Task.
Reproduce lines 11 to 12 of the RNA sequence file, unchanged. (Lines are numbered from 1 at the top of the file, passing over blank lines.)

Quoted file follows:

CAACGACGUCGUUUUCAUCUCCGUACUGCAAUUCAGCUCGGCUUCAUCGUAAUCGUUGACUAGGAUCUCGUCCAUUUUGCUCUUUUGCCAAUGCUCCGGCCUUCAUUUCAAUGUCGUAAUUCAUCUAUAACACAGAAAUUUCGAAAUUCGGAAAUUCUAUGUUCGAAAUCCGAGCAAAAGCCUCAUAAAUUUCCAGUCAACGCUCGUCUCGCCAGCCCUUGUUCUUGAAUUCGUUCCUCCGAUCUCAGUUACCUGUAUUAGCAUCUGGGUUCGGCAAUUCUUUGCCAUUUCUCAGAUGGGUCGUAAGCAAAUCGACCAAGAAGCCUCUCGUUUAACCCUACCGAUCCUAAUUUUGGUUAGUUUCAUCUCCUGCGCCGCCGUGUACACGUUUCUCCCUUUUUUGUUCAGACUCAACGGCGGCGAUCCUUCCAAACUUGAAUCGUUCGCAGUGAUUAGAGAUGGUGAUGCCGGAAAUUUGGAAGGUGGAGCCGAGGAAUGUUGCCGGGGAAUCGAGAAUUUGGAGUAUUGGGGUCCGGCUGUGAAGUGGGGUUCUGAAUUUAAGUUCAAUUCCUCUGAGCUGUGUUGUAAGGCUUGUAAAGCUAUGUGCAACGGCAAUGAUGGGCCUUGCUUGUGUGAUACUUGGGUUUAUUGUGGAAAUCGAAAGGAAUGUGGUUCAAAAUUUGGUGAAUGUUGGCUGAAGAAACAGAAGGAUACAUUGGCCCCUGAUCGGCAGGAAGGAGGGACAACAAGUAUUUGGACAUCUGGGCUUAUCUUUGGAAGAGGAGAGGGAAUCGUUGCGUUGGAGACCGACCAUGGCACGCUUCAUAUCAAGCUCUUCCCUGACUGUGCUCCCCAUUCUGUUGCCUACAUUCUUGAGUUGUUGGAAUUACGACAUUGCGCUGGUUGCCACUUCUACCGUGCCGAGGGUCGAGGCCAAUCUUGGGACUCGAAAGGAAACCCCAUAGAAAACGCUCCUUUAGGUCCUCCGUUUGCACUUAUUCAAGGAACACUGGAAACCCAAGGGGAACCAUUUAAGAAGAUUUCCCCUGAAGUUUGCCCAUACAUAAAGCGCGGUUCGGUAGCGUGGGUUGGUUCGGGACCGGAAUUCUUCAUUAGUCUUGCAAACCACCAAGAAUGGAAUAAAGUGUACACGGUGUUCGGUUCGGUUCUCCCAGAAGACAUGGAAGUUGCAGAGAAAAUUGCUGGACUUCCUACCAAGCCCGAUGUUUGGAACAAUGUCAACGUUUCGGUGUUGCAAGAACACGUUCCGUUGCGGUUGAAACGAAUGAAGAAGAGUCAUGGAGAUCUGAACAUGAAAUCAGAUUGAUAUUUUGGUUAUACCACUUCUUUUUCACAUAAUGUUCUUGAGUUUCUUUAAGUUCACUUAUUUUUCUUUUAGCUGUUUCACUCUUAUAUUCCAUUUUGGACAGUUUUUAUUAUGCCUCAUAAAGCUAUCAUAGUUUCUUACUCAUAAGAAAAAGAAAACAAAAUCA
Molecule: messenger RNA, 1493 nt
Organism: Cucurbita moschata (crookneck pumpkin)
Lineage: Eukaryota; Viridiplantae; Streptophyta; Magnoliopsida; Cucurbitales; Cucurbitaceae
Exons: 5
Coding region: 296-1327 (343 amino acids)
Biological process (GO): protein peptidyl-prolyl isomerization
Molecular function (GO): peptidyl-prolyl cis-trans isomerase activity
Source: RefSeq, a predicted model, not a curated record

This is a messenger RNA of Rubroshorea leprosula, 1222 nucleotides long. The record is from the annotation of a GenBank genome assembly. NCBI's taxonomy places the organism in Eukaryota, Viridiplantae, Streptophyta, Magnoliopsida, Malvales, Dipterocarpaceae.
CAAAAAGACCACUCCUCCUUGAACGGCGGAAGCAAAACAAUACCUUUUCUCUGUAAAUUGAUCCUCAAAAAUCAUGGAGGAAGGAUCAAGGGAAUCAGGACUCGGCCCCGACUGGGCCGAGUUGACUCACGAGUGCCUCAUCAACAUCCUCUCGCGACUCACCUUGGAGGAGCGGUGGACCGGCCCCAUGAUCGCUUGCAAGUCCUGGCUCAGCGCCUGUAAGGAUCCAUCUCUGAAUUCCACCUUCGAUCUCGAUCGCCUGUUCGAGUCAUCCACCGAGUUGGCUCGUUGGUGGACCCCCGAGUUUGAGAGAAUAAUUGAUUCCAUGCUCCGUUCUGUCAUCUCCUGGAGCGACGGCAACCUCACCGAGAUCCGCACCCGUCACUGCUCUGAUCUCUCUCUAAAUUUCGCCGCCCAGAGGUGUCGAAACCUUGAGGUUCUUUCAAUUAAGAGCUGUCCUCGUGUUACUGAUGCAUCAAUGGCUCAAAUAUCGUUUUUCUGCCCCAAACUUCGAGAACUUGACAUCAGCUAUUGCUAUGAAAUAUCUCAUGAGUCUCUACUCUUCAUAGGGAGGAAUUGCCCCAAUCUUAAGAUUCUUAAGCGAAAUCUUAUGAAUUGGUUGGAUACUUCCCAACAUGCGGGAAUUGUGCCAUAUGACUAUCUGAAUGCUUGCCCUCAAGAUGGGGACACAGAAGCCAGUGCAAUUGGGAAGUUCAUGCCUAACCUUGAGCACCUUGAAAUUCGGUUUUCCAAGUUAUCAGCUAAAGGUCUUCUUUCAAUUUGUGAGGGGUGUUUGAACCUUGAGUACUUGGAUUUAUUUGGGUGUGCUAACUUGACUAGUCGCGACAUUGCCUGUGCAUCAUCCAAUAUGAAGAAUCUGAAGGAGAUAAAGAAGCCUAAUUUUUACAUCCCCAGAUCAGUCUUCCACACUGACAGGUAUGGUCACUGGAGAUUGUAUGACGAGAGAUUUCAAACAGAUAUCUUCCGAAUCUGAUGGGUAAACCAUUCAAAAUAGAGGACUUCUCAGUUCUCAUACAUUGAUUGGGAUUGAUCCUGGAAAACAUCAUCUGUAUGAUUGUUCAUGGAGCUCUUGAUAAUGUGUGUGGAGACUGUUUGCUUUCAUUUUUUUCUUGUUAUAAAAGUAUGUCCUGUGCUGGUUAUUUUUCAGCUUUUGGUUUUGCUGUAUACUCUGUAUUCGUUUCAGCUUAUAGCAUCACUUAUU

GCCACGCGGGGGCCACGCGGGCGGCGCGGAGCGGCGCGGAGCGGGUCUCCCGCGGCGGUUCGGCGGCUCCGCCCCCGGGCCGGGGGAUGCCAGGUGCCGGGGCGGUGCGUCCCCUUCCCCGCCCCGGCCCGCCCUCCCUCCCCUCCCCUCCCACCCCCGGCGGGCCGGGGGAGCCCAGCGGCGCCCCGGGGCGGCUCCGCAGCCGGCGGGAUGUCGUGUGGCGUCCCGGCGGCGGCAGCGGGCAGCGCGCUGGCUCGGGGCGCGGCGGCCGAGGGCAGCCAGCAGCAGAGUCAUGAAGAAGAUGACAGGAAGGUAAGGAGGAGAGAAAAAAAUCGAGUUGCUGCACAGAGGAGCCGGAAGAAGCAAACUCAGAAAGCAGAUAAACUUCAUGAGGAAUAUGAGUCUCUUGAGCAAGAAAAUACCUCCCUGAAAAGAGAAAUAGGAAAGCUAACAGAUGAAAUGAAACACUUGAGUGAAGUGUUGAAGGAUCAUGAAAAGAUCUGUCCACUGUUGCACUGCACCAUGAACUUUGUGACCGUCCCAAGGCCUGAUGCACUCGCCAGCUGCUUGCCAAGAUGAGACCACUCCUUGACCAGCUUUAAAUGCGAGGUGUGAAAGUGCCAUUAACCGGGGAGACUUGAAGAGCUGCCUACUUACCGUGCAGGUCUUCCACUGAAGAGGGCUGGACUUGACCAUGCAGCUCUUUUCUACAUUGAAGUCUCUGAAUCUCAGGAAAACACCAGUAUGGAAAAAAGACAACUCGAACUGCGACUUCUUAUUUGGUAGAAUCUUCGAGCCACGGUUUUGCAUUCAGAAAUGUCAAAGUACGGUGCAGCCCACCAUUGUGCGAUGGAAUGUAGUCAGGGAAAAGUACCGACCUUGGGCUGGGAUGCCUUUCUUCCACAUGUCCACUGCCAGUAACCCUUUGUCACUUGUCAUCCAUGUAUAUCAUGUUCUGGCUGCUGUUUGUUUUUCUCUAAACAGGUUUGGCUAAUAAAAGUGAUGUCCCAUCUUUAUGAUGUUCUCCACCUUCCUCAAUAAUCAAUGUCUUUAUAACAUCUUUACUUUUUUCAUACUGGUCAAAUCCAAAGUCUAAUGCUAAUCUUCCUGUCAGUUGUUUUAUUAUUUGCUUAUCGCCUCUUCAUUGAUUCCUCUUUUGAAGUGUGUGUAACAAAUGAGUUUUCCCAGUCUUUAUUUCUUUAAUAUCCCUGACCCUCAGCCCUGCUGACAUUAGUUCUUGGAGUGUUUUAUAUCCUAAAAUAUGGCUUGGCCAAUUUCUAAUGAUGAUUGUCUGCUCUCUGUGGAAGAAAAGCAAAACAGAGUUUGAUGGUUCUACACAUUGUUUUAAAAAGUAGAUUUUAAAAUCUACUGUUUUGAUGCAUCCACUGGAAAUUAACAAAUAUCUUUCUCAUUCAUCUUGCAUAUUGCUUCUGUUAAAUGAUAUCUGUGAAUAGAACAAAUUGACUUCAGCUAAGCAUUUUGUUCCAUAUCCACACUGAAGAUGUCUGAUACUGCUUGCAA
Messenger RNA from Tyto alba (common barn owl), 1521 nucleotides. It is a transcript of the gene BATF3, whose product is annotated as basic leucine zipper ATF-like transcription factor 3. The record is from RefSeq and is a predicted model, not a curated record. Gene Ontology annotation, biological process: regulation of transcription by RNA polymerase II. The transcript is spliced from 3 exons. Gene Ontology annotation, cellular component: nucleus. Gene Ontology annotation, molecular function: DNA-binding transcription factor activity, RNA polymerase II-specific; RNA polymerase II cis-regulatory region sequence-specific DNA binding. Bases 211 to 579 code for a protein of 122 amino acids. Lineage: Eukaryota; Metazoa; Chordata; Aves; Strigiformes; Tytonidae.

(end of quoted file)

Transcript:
CAAAAAGACCACUCCUCCUUGAACGGCGGAAGCAAAACAAUACCUUUUCUCUGUAAAUUGAUCCUCAAAAAUCAUGGAGGAAGGAUCAAGGGAAUCAGGACUCGGCCCCGACUGGGCCGAGUUGACUCACGAGUGCCUCAUCAACAUCCUCUCGCGACUCACCUUGGAGGAGCGGUGGACCGGCCCCAUGAUCGCUUGCAAGUCCUGGCUCAGCGCCUGUAAGGAUCCAUCUCUGAAUUCCACCUUCGAUCUCGAUCGCCUGUUCGAGUCAUCCACCGAGUUGGCUCGUUGGUGGACCCCCGAGUUUGAGAGAAUAAUUGAUUCCAUGCUCCGUUCUGUCAUCUCCUGGAGCGACGGCAACCUCACCGAGAUCCGCACCCGUCACUGCUCUGAUCUCUCUCUAAAUUUCGCCGCCCAGAGGUGUCGAAACCUUGAGGUUCUUUCAAUUAAGAGCUGUCCUCGUGUUACUGAUGCAUCAAUGGCUCAAAUAUCGUUUUUCUGCCCCAAACUUCGAGAACUUGACAUCAGCUAUUGCUAUGAAAUAUCUCAUGAGUCUCUACUCUUCAUAGGGAGGAAUUGCCCCAAUCUUAAGAUUCUUAAGCGAAAUCUUAUGAAUUGGUUGGAUACUUCCCAACAUGCGGGAAUUGUGCCAUAUGACUAUCUGAAUGCUUGCCCUCAAGAUGGGGACACAGAAGCCAGUGCAAUUGGGAAGUUCAUGCCUAACCUUGAGCACCUUGAAAUUCGGUUUUCCAAGUUAUCAGCUAAAGGUCUUCUUUCAAUUUGUGAGGGGUGUUUGAACCUUGAGUACUUGGAUUUAUUUGGGUGUGCUAACUUGACUAGUCGCGACAUUGCCUGUGCAUCAUCCAAUAUGAAGAAUCUGAAGGAGAUAAAGAAGCCUAAUUUUUACAUCCCCAGAUCAGUCUUCCACACUGACAGGUAUGGUCACUGGAGAUUGUAUGACGAGAGAUUUCAAACAGAUAUCUUCCGAAUCUGAUGGGUAAACCAUUCAAAAUAGAGGACUUCUCAGUUCUCAUACAUUGAUUGGGAUUGAUCCUGGAAAACAUCAUCUGUAUGAUUGUUCAUGGAGCUCUUGAUAAUGUGUGUGGAGACUGUUUGCUUUCAUUUUUUUCUUGUUAUAAAAGUAUGUCCUGUGCUGGUUAUUUUUCAGCUUUUGGUUUUGCUGUAUACUCUGUAUUCGUUUCAGCUUAUAGCAUCACUUAUU

GCCACGCGGGGGCCACGCGGGCGGCGCGGAGCGGCGCGGAGCGGGUCUCCCGCGGCGGUUCGGCGGCUCCGCCCCCGGGCCGGGGGAUGCCAGGUGCCGGGGCGGUGCGUCCCCUUCCCCGCCCCGGCCCGCCCUCCCUCCCCUCCCCUCCCACCCCCGGCGGGCCGGGGGAGCCCAGCGGCGCCCCGGGGCGGCUCCGCAGCCGGCGGGAUGUCGUGUGGCGUCCCGGCGGCGGCAGCGGGCAGCGCGCUGGCUCGGGGCGCGGCGGCCGAGGGCAGCCAGCAGCAGAGUCAUGAAGAAGAUGACAGGAAGGUAAGGAGGAGAGAAAAAAAUCGAGUUGCUGCACAGAGGAGCCGGAAGAAGCAAACUCAGAAAGCAGAUAAACUUCAUGAGGAAUAUGAGUCUCUUGAGCAAGAAAAUACCUCCCUGAAAAGAGAAAUAGGAAAGCUAACAGAUGAAAUGAAACACUUGAGUGAAGUGUUGAAGGAUCAUGAAAAGAUCUGUCCACUGUUGCACUGCACCAUGAACUUUGUGACCGUCCCAAGGCCUGAUGCACUCGCCAGCUGCUUGCCAAGAUGAGACCACUCCUUGACCAGCUUUAAAUGCGAGGUGUGAAAGUGCCAUUAACCGGGGAGACUUGAAGAGCUGCCUACUUACCGUGCAGGUCUUCCACUGAAGAGGGCUGGACUUGACCAUGCAGCUCUUUUCUACAUUGAAGUCUCUGAAUCUCAGGAAAACACCAGUAUGGAAAAAAGACAACUCGAACUGCGACUUCUUAUUUGGUAGAAUCUUCGAGCCACGGUUUUGCAUUCAGAAAUGUCAAAGUACGGUGCAGCCCACCAUUGUGCGAUGGAAUGUAGUCAGGGAAAAGUACCGACCUUGGGCUGGGAUGCCUUUCUUCCACAUGUCCACUGCCAGUAACCCUUUGUCACUUGUCAUCCAUGUAUAUCAUGUUCUGGCUGCUGUUUGUUUUUCUCUAAACAGGUUUGGCUAAUAAAAGUGAUGUCCCAUCUUUAUGAUGUUCUCCACCUUCCUCAAUAAUCAAUGUCUUUAUAACAUCUUUACUUUUUUCAUACUGGUCAAAUCCAAAGUCUAAUGCUAAUCUUCCUGUCAGUUGUUUUAUUAUUUGCUUAUCGCCUCUUCAUUGAUUCCUCUUUUGAAGUGUGUGUAACAAAUGAGUUUUCCCAGUCUUUAUUUCUUUAAUAUCCCUGACCCUCAGCCCUGCUGACAUUAGUUCUUGGAGUGUUUUAUAUCCUAAAAUAUGGCUUGGCCAAUUUCUAAUGAUGAUUGUCUGCUCUCUGUGGAAGAAAAGCAAAACAGAGUUUGAUGGUUCUACACAUUGUUUUAAAAAGUAGAUUUUAAAAUCUACUGUUUUGAUGCAUCCACUGGAAAUUAACAAAUAUCUUUCUCAUUCAUCUUGCAUAUUGCUUCUGUUAAAUGAUAUCUGUGAAUAGAACAAAUUGACUUCAGCUAAGCAUUUUGUUCCAUAUCCACACUGAAGAUGUCUGAUACUGCUUGCAA